Vitamin D: Good for health and your bottom line

Vitamin D: Good for health and your bottom line

The holidays and festivals of light just came and went. We rejoiced—much as age-old cultures did when they saw the shortest day of the year turn and the sun start shining longer.

For tribes who lived out-of-doors, the sun provided more than heat and light. It also was a ready-made source of vitamin D.

There's been a flurry of vitamin D in the news lately. One led to headlines that too much vitamin D causes heart problems. The study found that all of 0.22 percent of 132,000 people followed had 25-hydroxyvitamin D levels above 100 ng/ml and some negative side effects. Mind you, last year the Institutes of Medicine came out with recommended levels at 20 ng/ml. In the study, those with levels between 61 and 100 had significantly reduced incidences of diabetes, hypertension, heart failure, coronary artery disease, kidney failure and depression.

So the headlines should have screamed very different news. We're going to assume the good news about vitamin D—like the solstice—will lead to much rejoicing among the population at large, lamestream media notwithstanding.

Sun as functional ingredient

That means opportunity for you, O' innovative product manufacturer. For starters, vitamin D is quite inexpensive to source. To have 1,000 IU in your product would cost about 0.045 cents, according to supplier Dan Murray of Xsto Solutions.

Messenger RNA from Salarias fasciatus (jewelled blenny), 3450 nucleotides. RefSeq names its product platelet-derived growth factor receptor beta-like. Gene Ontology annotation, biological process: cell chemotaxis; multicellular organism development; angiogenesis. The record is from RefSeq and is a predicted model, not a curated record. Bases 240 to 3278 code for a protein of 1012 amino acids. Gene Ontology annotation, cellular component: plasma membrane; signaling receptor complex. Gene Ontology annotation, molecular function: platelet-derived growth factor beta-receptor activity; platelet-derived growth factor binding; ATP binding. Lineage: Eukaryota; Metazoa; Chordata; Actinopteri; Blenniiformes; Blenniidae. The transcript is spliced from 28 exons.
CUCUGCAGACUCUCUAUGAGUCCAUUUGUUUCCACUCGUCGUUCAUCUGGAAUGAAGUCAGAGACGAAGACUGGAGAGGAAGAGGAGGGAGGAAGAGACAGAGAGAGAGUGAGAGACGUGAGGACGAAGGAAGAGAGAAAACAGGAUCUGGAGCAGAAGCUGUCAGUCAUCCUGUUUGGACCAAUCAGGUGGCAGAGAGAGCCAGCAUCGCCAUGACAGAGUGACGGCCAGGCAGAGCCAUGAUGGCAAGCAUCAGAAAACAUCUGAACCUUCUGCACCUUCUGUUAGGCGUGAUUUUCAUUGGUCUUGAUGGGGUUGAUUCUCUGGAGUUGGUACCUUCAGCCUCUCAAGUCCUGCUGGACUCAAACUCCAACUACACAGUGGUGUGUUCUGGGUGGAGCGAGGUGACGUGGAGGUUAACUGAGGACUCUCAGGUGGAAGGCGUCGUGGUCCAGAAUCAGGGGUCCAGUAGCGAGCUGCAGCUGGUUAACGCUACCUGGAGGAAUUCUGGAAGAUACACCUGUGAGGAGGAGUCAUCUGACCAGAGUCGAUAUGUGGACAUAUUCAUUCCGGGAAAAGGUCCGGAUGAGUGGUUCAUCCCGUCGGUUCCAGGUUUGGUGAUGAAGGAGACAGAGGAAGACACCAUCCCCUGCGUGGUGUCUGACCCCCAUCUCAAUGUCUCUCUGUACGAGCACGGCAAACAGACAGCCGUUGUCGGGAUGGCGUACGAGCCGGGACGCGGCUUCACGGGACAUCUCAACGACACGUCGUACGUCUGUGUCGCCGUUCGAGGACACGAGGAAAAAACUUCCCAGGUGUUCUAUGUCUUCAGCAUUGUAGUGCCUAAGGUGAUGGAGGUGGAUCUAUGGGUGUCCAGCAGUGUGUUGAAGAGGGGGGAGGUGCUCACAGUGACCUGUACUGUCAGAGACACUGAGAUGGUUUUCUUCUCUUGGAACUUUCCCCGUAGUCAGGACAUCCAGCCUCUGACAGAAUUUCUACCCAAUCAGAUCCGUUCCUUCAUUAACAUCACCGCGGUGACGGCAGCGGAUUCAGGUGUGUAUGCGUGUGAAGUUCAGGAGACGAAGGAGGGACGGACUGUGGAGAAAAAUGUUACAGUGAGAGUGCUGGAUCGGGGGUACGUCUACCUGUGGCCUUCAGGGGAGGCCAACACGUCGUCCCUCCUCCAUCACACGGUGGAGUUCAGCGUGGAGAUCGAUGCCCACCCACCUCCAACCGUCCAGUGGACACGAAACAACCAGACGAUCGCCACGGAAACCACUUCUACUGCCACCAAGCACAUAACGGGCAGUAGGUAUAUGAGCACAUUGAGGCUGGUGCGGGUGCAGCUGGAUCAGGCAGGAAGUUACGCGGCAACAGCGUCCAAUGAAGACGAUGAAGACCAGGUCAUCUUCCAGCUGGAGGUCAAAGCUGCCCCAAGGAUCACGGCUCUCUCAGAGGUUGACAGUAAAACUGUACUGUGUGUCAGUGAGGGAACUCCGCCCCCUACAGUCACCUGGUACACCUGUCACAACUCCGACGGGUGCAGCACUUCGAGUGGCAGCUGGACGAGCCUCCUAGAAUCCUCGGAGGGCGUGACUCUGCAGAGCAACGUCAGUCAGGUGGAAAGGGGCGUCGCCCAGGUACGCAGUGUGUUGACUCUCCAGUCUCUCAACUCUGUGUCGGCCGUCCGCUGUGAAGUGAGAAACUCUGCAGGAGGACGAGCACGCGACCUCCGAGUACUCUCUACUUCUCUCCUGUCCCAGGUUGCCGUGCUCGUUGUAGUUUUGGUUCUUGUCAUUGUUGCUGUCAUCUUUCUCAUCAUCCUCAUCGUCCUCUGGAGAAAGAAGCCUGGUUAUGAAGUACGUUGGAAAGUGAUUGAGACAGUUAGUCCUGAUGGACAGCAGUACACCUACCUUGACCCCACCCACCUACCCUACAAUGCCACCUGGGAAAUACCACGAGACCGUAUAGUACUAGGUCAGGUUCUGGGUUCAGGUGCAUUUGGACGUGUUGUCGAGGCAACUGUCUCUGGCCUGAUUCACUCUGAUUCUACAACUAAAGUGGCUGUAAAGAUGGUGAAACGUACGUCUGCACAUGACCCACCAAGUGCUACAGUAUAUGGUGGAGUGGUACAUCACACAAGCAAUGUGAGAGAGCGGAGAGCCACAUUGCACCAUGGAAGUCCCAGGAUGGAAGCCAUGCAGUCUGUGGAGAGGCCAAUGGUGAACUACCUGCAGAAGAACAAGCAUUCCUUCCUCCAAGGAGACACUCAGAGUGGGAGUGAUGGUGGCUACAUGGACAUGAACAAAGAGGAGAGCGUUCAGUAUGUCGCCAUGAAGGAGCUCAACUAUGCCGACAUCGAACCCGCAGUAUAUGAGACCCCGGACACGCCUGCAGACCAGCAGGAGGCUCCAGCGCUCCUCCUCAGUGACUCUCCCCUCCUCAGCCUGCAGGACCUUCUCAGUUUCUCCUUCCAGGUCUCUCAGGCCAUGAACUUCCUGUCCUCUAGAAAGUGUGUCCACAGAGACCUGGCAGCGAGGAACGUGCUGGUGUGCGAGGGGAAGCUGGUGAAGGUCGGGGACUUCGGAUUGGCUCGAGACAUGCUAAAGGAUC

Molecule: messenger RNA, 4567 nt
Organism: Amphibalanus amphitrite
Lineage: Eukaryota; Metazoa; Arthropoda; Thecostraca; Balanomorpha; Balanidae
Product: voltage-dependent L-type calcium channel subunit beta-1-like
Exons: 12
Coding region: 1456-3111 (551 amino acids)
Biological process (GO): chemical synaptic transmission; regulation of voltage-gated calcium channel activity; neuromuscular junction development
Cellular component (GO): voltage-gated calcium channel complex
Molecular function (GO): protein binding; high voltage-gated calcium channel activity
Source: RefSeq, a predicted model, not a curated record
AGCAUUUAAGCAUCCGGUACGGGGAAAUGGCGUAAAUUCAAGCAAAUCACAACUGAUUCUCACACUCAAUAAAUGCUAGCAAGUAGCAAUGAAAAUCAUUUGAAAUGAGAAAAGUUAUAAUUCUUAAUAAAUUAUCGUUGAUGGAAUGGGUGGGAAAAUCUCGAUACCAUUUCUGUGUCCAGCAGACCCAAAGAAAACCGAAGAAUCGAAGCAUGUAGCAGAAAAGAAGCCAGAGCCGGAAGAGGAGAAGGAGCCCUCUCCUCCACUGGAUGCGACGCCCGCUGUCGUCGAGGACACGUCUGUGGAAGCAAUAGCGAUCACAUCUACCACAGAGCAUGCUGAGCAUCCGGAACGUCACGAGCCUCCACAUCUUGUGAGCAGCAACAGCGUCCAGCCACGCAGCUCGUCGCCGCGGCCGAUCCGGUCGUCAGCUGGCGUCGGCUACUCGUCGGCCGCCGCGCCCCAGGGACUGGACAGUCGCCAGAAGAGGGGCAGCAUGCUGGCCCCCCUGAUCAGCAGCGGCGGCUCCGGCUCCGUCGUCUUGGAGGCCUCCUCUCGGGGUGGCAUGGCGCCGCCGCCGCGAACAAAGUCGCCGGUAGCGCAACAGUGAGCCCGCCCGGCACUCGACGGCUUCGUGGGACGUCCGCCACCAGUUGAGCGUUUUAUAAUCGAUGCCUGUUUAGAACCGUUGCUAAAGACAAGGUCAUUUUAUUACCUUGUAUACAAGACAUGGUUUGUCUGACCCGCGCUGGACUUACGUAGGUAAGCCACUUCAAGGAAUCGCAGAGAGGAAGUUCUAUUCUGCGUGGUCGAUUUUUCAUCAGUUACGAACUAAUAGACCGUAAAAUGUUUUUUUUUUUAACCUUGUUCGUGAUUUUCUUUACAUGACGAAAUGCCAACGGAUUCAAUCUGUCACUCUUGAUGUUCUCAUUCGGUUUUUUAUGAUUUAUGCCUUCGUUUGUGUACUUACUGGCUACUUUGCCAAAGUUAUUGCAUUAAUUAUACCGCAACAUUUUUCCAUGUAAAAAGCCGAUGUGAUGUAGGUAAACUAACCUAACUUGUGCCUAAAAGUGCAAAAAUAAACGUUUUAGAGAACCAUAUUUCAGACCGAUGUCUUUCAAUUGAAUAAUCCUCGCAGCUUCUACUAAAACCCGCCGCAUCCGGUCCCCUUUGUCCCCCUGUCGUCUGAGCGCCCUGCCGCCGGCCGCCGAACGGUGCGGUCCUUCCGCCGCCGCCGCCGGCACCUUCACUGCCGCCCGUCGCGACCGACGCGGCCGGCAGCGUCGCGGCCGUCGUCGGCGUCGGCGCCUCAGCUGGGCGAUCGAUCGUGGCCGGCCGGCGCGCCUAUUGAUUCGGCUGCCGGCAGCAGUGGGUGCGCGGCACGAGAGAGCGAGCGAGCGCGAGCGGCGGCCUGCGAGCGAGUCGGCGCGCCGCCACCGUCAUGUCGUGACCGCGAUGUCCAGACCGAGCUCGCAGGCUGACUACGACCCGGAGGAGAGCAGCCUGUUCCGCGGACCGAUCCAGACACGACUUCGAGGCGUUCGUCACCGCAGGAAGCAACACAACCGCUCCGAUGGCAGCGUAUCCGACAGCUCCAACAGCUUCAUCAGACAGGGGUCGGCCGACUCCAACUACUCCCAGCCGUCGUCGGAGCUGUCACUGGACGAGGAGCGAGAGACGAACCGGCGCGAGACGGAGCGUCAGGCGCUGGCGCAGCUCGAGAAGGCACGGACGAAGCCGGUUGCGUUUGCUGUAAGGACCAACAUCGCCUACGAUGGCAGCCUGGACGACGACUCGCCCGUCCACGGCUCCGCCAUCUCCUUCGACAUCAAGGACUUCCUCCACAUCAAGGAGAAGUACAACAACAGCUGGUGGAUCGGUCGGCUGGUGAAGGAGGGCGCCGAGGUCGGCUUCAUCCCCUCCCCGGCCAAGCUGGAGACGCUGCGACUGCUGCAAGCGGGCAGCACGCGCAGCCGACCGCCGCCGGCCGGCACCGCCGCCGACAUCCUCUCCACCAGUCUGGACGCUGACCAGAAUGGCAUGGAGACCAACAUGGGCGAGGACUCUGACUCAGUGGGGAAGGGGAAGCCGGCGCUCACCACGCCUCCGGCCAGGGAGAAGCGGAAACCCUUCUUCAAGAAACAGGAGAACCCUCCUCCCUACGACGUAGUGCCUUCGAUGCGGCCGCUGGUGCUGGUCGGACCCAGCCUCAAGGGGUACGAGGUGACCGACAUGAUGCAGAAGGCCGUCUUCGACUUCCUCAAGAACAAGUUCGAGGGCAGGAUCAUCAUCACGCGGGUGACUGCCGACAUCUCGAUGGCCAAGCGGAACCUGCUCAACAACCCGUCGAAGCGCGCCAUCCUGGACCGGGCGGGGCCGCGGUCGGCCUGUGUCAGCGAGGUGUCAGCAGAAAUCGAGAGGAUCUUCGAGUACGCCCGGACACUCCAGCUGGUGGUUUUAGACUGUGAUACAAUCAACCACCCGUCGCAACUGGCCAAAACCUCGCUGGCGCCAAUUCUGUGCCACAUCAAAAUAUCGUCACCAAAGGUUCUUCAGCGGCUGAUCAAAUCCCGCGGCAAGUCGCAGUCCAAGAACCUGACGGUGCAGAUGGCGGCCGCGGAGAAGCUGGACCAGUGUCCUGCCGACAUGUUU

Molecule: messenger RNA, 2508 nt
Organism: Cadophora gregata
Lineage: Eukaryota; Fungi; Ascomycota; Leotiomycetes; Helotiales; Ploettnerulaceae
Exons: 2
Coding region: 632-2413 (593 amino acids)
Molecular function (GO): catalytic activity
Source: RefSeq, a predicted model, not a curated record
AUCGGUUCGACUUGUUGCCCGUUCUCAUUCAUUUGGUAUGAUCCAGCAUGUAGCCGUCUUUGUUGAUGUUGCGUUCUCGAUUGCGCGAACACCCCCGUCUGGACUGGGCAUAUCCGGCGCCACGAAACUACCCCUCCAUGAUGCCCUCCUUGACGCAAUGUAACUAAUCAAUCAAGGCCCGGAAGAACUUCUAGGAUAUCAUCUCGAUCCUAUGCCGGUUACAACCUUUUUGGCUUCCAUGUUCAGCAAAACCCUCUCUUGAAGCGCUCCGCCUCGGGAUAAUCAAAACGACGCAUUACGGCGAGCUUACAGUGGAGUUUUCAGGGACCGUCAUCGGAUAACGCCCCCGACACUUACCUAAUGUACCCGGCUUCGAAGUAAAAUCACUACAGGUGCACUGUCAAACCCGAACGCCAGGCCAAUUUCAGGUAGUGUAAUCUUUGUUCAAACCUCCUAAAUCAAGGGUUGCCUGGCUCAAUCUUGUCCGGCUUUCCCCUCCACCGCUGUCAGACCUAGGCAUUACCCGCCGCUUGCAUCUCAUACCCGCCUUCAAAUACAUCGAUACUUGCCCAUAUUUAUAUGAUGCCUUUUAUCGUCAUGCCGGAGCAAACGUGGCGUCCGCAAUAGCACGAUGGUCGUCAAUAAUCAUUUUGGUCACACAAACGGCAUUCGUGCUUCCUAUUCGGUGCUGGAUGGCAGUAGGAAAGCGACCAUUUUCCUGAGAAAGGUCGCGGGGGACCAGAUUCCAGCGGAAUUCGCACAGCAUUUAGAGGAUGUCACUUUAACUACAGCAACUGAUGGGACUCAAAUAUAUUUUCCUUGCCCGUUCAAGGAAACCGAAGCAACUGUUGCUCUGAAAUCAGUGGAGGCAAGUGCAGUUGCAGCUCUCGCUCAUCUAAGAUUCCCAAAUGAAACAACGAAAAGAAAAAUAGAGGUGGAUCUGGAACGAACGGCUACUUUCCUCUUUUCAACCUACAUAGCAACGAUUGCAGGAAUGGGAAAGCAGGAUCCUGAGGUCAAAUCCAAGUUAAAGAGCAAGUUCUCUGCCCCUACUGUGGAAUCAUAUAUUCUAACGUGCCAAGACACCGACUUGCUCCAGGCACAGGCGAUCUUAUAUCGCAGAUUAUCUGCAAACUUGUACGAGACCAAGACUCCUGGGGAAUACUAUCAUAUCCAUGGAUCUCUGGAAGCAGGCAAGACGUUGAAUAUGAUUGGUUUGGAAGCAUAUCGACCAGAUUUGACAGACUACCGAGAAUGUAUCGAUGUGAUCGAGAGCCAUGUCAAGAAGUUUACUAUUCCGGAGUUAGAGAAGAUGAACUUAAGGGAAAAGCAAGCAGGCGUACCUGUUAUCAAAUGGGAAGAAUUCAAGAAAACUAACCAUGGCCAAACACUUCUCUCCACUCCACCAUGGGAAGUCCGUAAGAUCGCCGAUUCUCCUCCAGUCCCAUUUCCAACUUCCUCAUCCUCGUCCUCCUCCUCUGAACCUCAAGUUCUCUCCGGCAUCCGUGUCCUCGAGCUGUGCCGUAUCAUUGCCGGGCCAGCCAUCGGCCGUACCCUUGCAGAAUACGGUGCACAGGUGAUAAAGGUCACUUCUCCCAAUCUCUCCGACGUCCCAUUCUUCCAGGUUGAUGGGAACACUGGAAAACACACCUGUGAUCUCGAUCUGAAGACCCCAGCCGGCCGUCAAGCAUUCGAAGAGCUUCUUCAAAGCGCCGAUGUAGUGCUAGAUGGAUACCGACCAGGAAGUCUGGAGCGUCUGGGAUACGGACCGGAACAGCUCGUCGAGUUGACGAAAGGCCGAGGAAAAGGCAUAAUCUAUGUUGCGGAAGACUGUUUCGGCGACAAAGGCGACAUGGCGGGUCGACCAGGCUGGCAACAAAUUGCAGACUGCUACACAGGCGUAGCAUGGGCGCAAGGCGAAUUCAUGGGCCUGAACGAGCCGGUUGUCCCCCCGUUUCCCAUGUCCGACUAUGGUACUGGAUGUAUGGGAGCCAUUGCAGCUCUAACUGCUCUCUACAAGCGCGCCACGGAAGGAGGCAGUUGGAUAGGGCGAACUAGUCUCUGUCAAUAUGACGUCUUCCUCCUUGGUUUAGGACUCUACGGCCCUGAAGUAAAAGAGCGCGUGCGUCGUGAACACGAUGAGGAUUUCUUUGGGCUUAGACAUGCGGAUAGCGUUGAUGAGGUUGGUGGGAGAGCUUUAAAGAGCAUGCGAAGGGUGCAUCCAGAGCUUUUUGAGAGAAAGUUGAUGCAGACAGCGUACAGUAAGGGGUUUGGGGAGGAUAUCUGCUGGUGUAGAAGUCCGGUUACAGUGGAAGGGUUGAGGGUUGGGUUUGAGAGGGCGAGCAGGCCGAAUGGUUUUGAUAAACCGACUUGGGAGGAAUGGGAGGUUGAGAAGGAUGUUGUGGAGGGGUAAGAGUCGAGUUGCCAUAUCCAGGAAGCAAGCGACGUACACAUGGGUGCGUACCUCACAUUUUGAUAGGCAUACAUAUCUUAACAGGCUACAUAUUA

"I think we should fortify at 1,000 IUs per serving if we want to have an 'impact'-type dose," said Murray. "More is possible if we are talking a supplement, but for food we should stay a little low. It would not be unreasonable for a food to have 400 IUs and hold itself out as being 'high' in vitamin D with 100 percent of the RDA."

Want to see how to add greatly enhanced value to your product for fractions of a penny? Here's a little pantry-style research for you:

  • Nutri-grain Bars—8 bars/8 servings per box ,so adding 8,000 IUs would cost 0.36 cents per box. 400 IUs would cost 0.14 cents per box.
  • Cheerios—9 servings per box so adding 9,000 IUs would cost 0.41 cents per box. 400 IUs per serving would cost 0.164 cents per box.
  • Store brand mac & cheese—2.5 servings per box would add 2,500 IUs and cost 0.11 cents per box. 400 IUs per serving would cost 0.044 cents.
  • Nestle Hot Cocoa Mix—10 packs/servings would cost 0.45 cents per box. 400 IUs would cost 0.18 cents per box.

So you see, the sun really is a functional ingredient. Heck, whole religious festivals have been built around it! And right here you can see how inexpensive it is to build your brand around much the same. It may not rise to the level of religious observance, but you may just get consumers who are just as fervent.

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